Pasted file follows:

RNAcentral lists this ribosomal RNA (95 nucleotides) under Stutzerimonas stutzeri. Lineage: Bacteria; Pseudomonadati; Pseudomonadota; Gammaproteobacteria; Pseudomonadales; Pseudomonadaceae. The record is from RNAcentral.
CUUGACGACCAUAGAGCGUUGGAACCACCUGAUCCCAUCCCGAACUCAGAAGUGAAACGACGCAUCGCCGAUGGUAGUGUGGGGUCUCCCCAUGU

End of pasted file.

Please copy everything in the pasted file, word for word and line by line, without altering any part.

RNAcentral lists this ribosomal RNA (95 nucleotides) under Stutzerimonas stutzeri. Lineage: Bacteria; Pseudomonadati; Pseudomonadota; Gammaproteobacteria; Pseudomonadales; Pseudomonadaceae. The record is from RNAcentral.
CUUGACGACCAUAGAGCGUUGGAACCACCUGAUCCCAUCCCGAACUCAGAAGUGAAACGACGCAUCGCCGAUGGUAGUGUGGGGUCUCCCCAUGU